diabetes research

Scientists report breakthrough in finding new way to treat diabetes via cells in the pancreas

by Barbara Hewitt on July 31, 2018

A new potential way of treating diabetes has been discovered by scientists working on finding out more about how beta cells work in regulating blood glucose levels.

They have revealed that one of the building blocks in the calcium channels of beta cells in the pancreas could be used to treat the condition.

(dolgachov/Bigstock.com)

Beta cells in the pancreas produce the hormone insulin which regulates blood glucose levels and in people with diabetes these cells have lost part or all of their function.

The study by researchers at the Karolinska Institutet in Sweden explains that calcium ions (Ca2+) act as an important signal for the release of insulin. When blood glucose increases, this causes the levels of Ca2+ in the beta cells to increase, triggering the release of insulin.

Under normal conditions the Ca2+ signal displays a specific regular pattern when the cells are stimulated by glucose. When, on the other hand, the beta cells are not able to release normal amounts of insulin, as in diabetes, this pattern changes.

The level of Ca2+ increases in the beta cell when a specific calcium channel, made up of several different building blocks, opens in the beta cell’s wall. The researchers have already shown that one of the building blocks in the channel, the so-called ß3 subunit, plays an important regulatory role.

‘In our new study, we are able to show that beta cells from diabetic mice have an increased amount of the ß3 subunit and that this causes an altered Ca2+ pattern, a reduced release of insulin, and thereby impaired blood glucose regulation,’ said study leader Per-Olof Berggren, professor at the Rolf Luft Research Centre for Diabetes and Endocrinology at the Department of Molecular Medicine and Surgery at the university.

When the researchers reduced the amount of the ß3 subunit in the beta cells in the diabetic mice, the Ca2+ signal normalised and thereby the release of insulin, resulting in better regulation of the blood glucose levels.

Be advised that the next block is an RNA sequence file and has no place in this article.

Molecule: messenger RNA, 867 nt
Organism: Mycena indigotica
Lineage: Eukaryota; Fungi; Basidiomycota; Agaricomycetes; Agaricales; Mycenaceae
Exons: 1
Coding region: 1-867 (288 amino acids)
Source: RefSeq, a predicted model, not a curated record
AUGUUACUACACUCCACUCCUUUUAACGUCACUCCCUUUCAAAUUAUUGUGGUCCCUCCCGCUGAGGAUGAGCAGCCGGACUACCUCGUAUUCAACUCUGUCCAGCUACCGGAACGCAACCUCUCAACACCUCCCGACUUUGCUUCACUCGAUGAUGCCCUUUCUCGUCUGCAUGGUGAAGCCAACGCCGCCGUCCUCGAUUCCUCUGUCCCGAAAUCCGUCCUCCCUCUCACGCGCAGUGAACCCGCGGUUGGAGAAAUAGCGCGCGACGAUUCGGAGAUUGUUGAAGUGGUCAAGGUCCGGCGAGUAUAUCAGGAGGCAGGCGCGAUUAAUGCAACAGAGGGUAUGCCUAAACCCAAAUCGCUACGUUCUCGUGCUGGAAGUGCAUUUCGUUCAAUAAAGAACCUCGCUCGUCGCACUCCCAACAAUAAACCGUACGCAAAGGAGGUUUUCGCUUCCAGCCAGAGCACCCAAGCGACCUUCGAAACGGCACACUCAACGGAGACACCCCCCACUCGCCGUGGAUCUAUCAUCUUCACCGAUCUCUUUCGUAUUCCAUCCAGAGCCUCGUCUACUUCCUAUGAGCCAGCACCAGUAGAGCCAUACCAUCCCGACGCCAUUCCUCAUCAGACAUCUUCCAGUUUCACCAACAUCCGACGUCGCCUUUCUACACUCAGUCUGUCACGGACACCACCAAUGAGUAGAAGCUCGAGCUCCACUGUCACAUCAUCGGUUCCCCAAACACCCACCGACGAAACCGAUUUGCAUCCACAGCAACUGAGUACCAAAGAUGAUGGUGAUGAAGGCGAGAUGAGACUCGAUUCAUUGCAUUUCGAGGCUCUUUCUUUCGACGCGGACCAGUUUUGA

The scientists also saw that mice that totally lacked the ß3 subunit demonstrated a better beta cell function and blood glucose regulation when they were given a diabetogenic diet. When the researchers tried transplanting beta cells without the ß3 subunit into mice with diabetes, the blood glucose regulation of the mice improved.

Experiments with human beta cells showed that the release of insulin deteriorates with increased amounts of the ß3 subunit.

‘Our findings indicate that just this building block in the calcium channel can be a new target for treating diabetes,’ said Berggren.

He added that even in type 1 diabetes manipulation of the beta 3 subunit may be beneficial in order to establish better functioning insulin secreting beta cells for transplantation.

{ 1 comment }

Thumbnail image for Computer analysis of data to be used to find out more about the onset of type 1 diabetes

Computer analysis of data to be used to find out more about the onset of type 1 diabetes

August 23, 2017 News

A global diabetes charity and a computer giant have announced a new collaboration to develop and apply machine learning methods to analyse data relating to type 1 diabetes in children. JDRF believes that the work with IBM will help to identify factors leading to the onset of type 1 diabetes and give new insight into […]

Read the full article →
Thumbnail image for Researchers find new precise methods to study what happens with diabetes in the pancreas

Researchers find new precise methods to study what happens with diabetes in the pancreas

August 23, 2017 News

Researchers in Sweden have revealed a new, precise method to study biochemical changes that occur in the pancreas during the development of diabetes which they hope can cast new light on what happens. The method is based on molecular spectroscopy and can be used to extract biochemical profiles or fingerprints containing information about disease progression. […]

Read the full article →
Thumbnail image for Computer modelling is being used to seek better treatments for type 2 diabetes

Computer modelling is being used to seek better treatments for type 2 diabetes